In our series, concomitant defect to uterine prolapse was restored at optimal level vaginally. In young and sexually active women, while preserving the integrity of the perineal skin, levator plication was avoided. In the present literature, levator plication was reported to cause dysparennia in 12–27% of cases [17, 18]. Suprapubic extraperitoneal round ligament suspension was performed without opening the parietal peritoneum. Intact peritoneum and no mesh use provided postoperative fast and uncomplicated recovery. Mesh used intraperitoneal suspension procedures were with high morbidity (e.g., ileus, uretery complications and intra-abdominal adhesions) rates [1921].

Advantages of KEPL include short mean operation time, regional anesthesia option, extraperitoneal approach to avoid from all intraperitoneal complications, and implementation of simultaneously urinary incontinence surgery like Burch procedure. Additionally, KEPL is open for laparoscopic development and implementation.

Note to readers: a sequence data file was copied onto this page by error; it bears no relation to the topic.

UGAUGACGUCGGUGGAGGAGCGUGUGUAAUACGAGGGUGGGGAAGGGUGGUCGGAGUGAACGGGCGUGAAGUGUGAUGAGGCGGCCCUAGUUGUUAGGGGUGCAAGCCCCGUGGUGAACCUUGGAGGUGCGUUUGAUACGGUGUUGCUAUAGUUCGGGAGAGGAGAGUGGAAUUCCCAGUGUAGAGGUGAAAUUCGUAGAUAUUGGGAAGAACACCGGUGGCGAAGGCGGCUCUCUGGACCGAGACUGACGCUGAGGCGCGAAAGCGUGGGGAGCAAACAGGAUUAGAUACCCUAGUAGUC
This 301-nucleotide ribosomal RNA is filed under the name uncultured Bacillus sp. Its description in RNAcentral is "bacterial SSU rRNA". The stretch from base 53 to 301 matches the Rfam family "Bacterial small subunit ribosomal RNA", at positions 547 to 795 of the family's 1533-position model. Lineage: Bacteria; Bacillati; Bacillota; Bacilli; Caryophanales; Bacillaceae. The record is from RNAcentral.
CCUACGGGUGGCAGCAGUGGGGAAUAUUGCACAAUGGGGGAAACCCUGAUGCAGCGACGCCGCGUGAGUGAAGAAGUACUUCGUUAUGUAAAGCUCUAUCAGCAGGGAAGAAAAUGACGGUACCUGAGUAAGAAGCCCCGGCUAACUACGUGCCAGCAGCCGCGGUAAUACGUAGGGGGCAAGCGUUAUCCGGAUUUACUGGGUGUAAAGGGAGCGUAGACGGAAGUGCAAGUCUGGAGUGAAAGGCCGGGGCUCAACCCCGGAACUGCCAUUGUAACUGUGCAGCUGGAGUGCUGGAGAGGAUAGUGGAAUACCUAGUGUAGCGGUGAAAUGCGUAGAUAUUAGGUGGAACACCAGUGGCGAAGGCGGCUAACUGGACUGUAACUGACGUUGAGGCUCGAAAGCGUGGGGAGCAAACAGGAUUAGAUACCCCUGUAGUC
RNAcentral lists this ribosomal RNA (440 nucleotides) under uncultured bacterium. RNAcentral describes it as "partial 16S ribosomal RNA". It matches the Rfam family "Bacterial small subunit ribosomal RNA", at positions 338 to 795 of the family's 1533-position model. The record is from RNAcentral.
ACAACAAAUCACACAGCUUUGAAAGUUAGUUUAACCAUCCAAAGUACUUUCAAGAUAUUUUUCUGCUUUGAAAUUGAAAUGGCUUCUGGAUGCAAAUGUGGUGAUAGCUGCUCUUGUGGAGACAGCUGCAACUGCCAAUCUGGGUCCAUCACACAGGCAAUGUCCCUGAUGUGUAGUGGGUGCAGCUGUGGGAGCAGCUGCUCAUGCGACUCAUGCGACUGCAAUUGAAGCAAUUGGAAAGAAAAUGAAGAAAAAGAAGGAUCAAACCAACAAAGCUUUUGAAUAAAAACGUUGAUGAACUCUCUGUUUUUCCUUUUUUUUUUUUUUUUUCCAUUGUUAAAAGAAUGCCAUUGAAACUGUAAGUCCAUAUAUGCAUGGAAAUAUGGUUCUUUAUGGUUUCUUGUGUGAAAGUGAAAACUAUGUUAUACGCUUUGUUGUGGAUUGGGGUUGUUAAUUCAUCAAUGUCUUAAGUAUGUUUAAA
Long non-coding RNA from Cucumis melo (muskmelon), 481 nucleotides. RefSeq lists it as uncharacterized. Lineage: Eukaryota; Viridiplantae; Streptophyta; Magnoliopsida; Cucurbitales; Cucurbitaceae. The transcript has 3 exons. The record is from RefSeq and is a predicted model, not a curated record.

Reoperation for recurrence after POP surgery is a major issue for important part of the patients [22]. The most important success of KEPL was that no recurrence occurred during an average of 4 years of followup. Today, with increased life expectancy, quality of life comes to the fore, so in addition to the procedure of restoring the existing anatomical defect, both for physiological and psychological aspects, it is important to protect the uterus.

5. Conclusions

In POP, when appropriate patient selection criteria are met, KEPL ligamentopexy using the healthy round ligament for suspension of the uterus in addition to the repair of the damaged pelvic floor and/or uterosacral and cardinal ligaments has a low morbidity and high efficiency in POP surgery and it is a candidate to become an alternative treatment to abdominal, vaginal, or laparoscopic sacrocolpopexy operations. Additionally, prospective randomized controlled trials are needed to compare it with other methods.

Conflict of Interests

The authors declare that there is no conflict of interests regarding the publication of this paper.